Wigmore Coliseum, Cleveland, O. - The Week of July 24th.

This will be a practical convention.

There seems to be a general demand from photographers in all sections of the country for information and suggestions showing how to make the business more successful from a financial standpoint. In response to this appeal, the Executive Board of the P. A. of A. decided to make the program of the Cleveland Convention full of business from beginning to end.

It is an acknowledged fact that the first requisite of a successful business is service. Service means satisfaction to the patron in every particular. So then we must first help the photographer to make better pictures. With this purpose in view, there will be the exhibit of pictures for which every member of the Association is not only invited but expected to send prints.

The exhibits will be judged and rated by three competent judges (selected by a postal vote of the membership). Rating cards with criticisms will be mailed to each exhibitor after the Convention.

Professor Edward Lake, Instructor of Art at the University of Illinois, will lecture on "Art Principles as Applied to Photography." Those who heard Professor Lake last year will remember that he gave a most comprehensive and instructive talk. His message this year will be even more helpful than the one he gave at Indianapolis.

Mr. L. B. Jones of the Eastman Kodak Company will talk on "Studio Advertising," dwelling particularly on the application of the broad principles of advertising, to the problem of studio publicity.

Mr. Tim Thrift of the Multi-graph Company will give us some timely suggestions in his lecture on "Direct by Mail Advertising."

Mr. C. H. Claudy, the well-known writer and lecturer on subjects interesting to photographers, will use for his subject, "The Photographer as a Business Man."

Mr. Anderson Pace of the Produce Terminal Exchange, Chicago, Illinois, will talk on "Personality in Business."

The commercial photographers and all portrait workers who do commercial business, will be given special attention this year. Mr. W. H. Bass of Indianapolis, one of the most successful commercial photographers in the country, will talk on "Building a Business." This lecture is more particularly for the commercial men.

Then there will be a Query Box and symposium led by "Billy Sunday" Agler. Those who have had the pleasure of hearing Mr. Agler preside at a meeting of this kind, know it will be lively, interesting and instructive. If you are one of the timid ones who cannot talk in public you may make use of this opportunity, not only to secure information, but also to pass along ideas. If you cannot tell the story yourself, write it, and put it in the box. The Executive Board wants this feature to be one of the most instructive and helpful numbers of the program.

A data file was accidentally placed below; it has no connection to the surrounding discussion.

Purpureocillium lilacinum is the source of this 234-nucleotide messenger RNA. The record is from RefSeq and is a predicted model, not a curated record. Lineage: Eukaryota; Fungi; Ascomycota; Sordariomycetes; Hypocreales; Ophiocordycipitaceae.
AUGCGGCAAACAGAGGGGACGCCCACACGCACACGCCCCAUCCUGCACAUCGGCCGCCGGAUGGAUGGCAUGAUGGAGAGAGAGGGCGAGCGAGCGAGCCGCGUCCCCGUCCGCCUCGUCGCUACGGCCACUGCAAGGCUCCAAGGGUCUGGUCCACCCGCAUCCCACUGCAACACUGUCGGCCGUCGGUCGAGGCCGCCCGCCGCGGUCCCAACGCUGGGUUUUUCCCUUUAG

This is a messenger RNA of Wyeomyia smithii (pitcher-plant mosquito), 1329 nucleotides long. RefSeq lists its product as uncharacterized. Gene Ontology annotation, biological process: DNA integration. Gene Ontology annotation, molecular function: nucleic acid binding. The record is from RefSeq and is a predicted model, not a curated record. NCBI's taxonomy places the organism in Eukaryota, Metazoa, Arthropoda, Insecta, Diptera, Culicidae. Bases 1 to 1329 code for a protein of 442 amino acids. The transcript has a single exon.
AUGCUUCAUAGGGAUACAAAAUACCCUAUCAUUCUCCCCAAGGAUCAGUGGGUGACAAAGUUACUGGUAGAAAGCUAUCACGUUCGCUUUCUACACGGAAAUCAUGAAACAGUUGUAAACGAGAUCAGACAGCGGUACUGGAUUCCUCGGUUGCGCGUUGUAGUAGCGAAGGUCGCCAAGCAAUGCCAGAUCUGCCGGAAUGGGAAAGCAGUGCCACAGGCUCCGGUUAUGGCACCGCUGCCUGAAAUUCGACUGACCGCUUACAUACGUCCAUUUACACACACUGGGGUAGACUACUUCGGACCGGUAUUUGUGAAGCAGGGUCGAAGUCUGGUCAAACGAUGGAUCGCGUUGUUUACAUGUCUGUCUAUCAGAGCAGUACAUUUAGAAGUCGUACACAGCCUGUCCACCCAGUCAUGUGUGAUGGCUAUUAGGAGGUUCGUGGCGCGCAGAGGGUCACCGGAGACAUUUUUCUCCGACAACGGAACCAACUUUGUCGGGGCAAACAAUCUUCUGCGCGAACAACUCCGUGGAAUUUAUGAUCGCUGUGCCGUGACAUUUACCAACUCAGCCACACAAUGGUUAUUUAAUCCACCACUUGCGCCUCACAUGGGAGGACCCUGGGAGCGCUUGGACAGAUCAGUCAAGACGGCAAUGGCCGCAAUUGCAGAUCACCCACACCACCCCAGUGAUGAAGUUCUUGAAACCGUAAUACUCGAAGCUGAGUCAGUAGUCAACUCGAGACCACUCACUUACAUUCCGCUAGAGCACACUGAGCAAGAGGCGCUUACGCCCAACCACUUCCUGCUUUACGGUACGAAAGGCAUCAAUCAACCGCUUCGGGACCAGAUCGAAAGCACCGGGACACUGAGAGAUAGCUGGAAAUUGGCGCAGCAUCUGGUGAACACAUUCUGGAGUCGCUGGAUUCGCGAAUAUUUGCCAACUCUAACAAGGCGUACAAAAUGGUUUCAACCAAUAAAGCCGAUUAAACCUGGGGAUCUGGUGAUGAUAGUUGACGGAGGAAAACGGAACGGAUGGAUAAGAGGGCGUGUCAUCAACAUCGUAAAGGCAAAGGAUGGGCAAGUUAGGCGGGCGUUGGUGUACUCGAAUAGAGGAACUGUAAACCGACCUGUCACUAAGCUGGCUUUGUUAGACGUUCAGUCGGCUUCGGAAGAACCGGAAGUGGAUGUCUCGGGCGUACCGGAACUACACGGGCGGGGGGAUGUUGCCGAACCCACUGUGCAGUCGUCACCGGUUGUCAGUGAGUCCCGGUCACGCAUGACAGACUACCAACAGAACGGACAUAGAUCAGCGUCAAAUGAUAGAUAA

The formal demonstrations will be by Miss Pearl Grace Loehr of New York City and Mr. Edward H. Weston of Tropico, Cal. Miss Loehr and her work are so well known that she hardly needs an introduction. She, with her regular assistant, will show us how they make the beautiful home portraits which have made her work so popular.

Mr. Weston specializes in pictorial portraiture. While he is but a young man, his work has won honors and admiration both here and abroad. I am sure our members will be glad of the opportunity of seeing Mr. Weston's work.You have all admired the beautiful pictures of ladies and children made in the gardens and on the lawns by Mr. Clifford Norton. Mr. Norton has kindly consented to make some sittings in one of the parks of Cleveland one afternoon during the Convention. One photographer told me that he considered this one demonstration worth all it would cost him to attend the Convention.

Mr. Heiser, one of the successful commercial photographers, will give a demonstration of how he handles objects that are particularly difficult to photograph. This demonstration will be particularly instructive to the commercial men, but of interest to all.

The Thirty Sixth Annual Convention Photographers A StudioLightMagazine1916 65

FROM A SEED ORTHOCHROMATIC NEGATIVE

By C. E. Arnold Dallas, Texas

Then we are to spend just one hour each morning under the light with three or four of the best known and most successful camera men. Each man will spend 15 or 20 minutes showing some stunt that he has found helpful in his every day negative making. Their names will be announced later.

An expert background worker and colorist will be kept busy working in backgrounds on negatives and prints. This work will be done both by hand and with the air brush. The demonstration will be informal and members are expected to ask questions and learn all they can.

Receptionists will be on hand to show you how to sell pictures, how to show proofs, increase orders and how to get from every sitting you make, as large an order as it should produce.

The manufacturers and dealers have never had such facilities for making an impressive show as they have at the Coliseum. Here are 65,000 square feet of floor space, all on one floor. The entrance is directly in the center of the building, so there will be no choice of space. The manufacturers' and dealers' show will undoubtedly be the best one ever shown at a photographers' convention. This will be a splendid opportunity for you to see the newest things in photography and to purchase your supplies for fall and winter business.

The social features will not be forgotten. Among other entertainments planned, the manufacturers and dealers, who entertain us so royally each year, are going to take us to Cedar Point for a day's outing. Cedar Point, "The Atlantic City of the West," is about four hours from Cleveland by boat or one and a half hours by rail. It is proposed to take us to the Point in the morning, spend the afternoon there and return in the evening. Can you imagine a more delightful trip for a July day than this?